• Unique tools and the paths where they were deployed
  • Targeted user accounts and hosts
  • Timing of the observed activity

Based on these patterns, we assess with moderate confidence that the espionage campaign consisted of at least three activity clusters with separate sets of infrastructure and TTPs coexisting in the target organization’s network from at least March to September 2023.

For more information on the attack chains of the observed clusters and details on the novel tactics and tooling, refer to the attack chain details report.

Cluster Alpha (STAC1248)

We observed Cluster Alpha activity from early March to at least August 2023. That activity included multiple sideloading attempts to deploy various malware and establish persistent C2 channels within client and server subnets. Throughout this activity, we observed mutations of successful tactics that resulted in the same outcome, indicating the threat actors may have been leveraging the victim network as a playground to test different techniques. In addition to using unique techniques to disable AV protections and escalate privileges, the actor operating in Cluster Alpha prioritized comprehensively mapping server subnets, enumerating administrator accounts, and conducting reconnaissance on Active Directory infrastructure.

Key observations

  • Deployment of new EAGERBEE malware variants with updated capability of modifying packets to disrupt security agent network communications
  • Use of multiple persistent C2 channels including Merlin Agent, PhantomNet backdoor, RUDEBIRD malware, EAGERBEE malware, and PowHeartBeat backdoor
  • Leverage of uncommon LOLBins instsrv.exe and srvany.exe for service persistence with elevated SYSTEM privileges
  • Side-loading of eight unique DLLs abusing Windows Services, legitimate Microsoft binaries, and endpoint protection vendors’ software
A timeline of activity from March 2023 to August 2023 of Cluster Alpha (STAC1248) within the targeted network.
Figure 2: A timeline of STAC1248’s observed activity.

A further analysis of Cluster Alpha can be found here.

Cluster Bravo (STAC1807)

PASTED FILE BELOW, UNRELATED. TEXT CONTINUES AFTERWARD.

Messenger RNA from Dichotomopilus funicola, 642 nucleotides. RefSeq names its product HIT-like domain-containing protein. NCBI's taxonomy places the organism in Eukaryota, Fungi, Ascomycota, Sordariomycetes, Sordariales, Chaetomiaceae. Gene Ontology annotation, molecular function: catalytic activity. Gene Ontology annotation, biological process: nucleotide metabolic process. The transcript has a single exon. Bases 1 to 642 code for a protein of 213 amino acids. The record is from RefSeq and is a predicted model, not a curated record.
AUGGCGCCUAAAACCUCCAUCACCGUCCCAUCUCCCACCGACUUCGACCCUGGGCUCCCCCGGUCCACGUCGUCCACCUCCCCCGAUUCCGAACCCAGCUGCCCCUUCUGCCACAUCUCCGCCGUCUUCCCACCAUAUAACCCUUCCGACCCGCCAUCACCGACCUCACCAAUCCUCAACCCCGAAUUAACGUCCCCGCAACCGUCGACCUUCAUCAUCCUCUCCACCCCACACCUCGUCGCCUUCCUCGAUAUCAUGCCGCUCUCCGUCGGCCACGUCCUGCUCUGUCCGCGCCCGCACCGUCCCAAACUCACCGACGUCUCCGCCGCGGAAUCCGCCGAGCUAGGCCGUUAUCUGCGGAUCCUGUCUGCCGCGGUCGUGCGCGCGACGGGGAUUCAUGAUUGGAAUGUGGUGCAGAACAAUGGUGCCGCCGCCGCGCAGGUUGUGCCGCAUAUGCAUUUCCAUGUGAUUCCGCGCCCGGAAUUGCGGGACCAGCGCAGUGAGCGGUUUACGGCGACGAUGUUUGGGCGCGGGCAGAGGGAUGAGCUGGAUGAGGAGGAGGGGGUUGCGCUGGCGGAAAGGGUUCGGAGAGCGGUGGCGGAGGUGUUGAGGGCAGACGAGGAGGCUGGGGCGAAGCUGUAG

While the activity in the other two clusters spanned over several months, activity in Cluster Bravo was only observed in the targeted organization’s environment for a three-week span in March 2023 (coinciding with the first session of China’s 14th National People’s Congress). Characterized as a mini cluster because of its short duration, Cluster Bravo activity was primarily focused on using valid accounts to spread laterally throughout the network, with the goal of sideloading a novel backdoor to establish C2 communications and maintain persistence on target servers.

Key observed behavior included:

  • Deployment of a backdoor (which we dubbed CCoreDoor, and BitDefender has designated as EtherealGh0st) to move laterally, establish external C2 communications, perform discovery, and dump credentials (concurrently discovered by BitDefender)
  • Use of renamed versions of a signed a signed side-loadable binary (mscorsvw.exe) to obfuscate backdoor deployment and move laterally from the beachhead host to other remote servers
  • Connections made to other hosts that were verified to be running within other in-country government organizations who may also be potentially compromised
  • Overwriting of ntdll.dll in memory with an on-disk version to unhook the Sophos endpoint protection agent process from the kernel
Figure 3: A timeline of STAC1807’s observed activity during 3 weeks of March 2023
Figure 3: A timeline of STAC1807’s observed activity.

Further details on Cluster Bravo can be found here.

Cluster Charlie (STAC1305)

Sophos MDR hunters observed Cluster Charlie activity in the target network for the longest period, with operations spanning from March to at least April 2024. Appearing to highly prioritize access management, the actor deployed multiple implants of a previously unidentified malware, dubbed PocoProxy, to establish persistence on target systems and rotate to new external C2 infrastructure.